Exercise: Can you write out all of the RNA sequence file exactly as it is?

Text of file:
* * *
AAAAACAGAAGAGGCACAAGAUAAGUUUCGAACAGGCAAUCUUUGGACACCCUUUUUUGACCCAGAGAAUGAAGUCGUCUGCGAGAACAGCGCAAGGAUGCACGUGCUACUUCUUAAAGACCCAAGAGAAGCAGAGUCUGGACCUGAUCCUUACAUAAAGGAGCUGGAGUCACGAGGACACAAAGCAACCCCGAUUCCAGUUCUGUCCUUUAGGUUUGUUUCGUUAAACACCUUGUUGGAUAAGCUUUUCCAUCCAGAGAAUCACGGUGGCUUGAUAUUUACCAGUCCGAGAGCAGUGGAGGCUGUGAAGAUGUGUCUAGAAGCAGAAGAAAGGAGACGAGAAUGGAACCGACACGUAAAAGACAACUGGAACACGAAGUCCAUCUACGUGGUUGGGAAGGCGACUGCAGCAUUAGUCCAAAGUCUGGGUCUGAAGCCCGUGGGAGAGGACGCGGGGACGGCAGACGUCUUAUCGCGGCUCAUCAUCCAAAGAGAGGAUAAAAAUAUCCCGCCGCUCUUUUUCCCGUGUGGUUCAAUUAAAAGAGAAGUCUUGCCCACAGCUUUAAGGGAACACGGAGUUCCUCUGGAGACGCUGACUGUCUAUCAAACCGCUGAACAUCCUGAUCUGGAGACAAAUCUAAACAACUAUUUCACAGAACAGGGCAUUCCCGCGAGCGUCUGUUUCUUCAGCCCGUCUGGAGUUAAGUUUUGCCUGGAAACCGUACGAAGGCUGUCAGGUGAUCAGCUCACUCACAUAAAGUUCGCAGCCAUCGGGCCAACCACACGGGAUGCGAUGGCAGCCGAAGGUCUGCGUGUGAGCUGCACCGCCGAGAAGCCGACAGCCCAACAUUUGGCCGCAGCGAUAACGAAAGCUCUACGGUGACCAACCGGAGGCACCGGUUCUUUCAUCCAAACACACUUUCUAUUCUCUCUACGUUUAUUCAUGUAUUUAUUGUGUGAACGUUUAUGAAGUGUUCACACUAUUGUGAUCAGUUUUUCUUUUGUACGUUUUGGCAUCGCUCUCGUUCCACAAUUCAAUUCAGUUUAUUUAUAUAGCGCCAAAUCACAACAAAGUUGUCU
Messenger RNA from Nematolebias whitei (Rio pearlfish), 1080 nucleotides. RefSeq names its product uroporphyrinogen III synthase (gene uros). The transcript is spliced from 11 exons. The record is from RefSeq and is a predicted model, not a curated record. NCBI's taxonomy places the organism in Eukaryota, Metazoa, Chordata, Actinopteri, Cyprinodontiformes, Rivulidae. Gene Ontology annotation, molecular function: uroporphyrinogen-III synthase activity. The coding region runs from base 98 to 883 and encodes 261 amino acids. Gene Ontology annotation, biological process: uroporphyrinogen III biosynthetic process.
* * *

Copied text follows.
AAAAACAGAAGAGGCACAAGAUAAGUUUCGAACAGGCAAUCUUUGGACACCCUUUUUUGACCCAGAGAAUGAAGUCGUCUGCGAGAACAGCGCAAGGAUGCACGUGCUACUUCUUAAAGACCCAAGAGAAGCAGAGUCUGGACCUGAUCCUUACAUAAAGGAGCUGGAGUCACGAGGACACAAAGCAACCCCGAUUCCAGUUCUGUCCUUUAGGUUUGUUUCGUUAAACACCUUGUUGGAUAAGCUUUUCCAUCCAGAGAAUCACGGUGGCUUGAUAUUUACCAGUCCGAGAGCAGUGGAGGCUGUGAAGAUGUGUCUAGAAGCAGAAGAAAGGAGACGAGAAUGGAACCGACACGUAAAAGACAACUGGAACACGAAGUCCAUCUACGUGGUUGGGAAGGCGACUGCAGCAUUAGUCCAAAGUCUGGGUCUGAAGCCCGUGGGAGAGGACGCGGGGACGGCAGACGUCUUAUCGCGGCUCAUCAUCCAAAGAGAGGAUAAAAAUAUCCCGCCGCUCUUUUUCCCGUGUGGUUCAAUUAAAAGAGAAGUCUUGCCCACAGCUUUAAGGGAACACGGAGUUCCUCUGGAGACGCUGACUGUCUAUCAAACCGCUGAACAUCCUGAUCUGGAGACAAAUCUAAACAACUAUUUCACAGAACAGGGCAUUCCCGCGAGCGUCUGUUUCUUCAGCCCGUCUGGAGUUAAGUUUUGCCUGGAAACCGUACGAAGGCUGUCAGGUGAUCAGCUCACUCACAUAAAGUUCGCAGCCAUCGGGCCAACCACACGGGAUGCGAUGGCAGCCGAAGGUCUGCGUGUGAGCUGCACCGCCGAGAAGCCGACAGCCCAACAUUUGGCCGCAGCGAUAACGAAAGCUCUACGGUGACCAACCGGAGGCACCGGUUCUUUCAUCCAAACACACUUUCUAUUCUCUCUACGUUUAUUCAUGUAUUUAUUGUGUGAACGUUUAUGAAGUGUUCACACUAUUGUGAUCAGUUUUUCUUUUGUACGUUUUGGCAUCGCUCUCGUUCCACAAUUCAAUUCAGUUUAUUUAUAUAGCGCCAAAUCACAACAAAGUUGUCU
Messenger RNA from Nematolebias whitei (Rio pearlfish), 1080 nucleotides. RefSeq names its product uroporphyrinogen III synthase (gene uros). The transcript is spliced from 11 exons. The record is from RefSeq and is a predicted model, not a curated record. NCBI's taxonomy places the organism in Eukaryota, Metazoa, Chordata, Actinopteri, Cyprinodontiformes, Rivulidae. Gene Ontology annotation, molecular function: uroporphyrinogen-III synthase activity. The coding region runs from base 98 to 883 and encodes 261 amino acids. Gene Ontology annotation, biological process: uroporphyrinogen III biosynthetic process.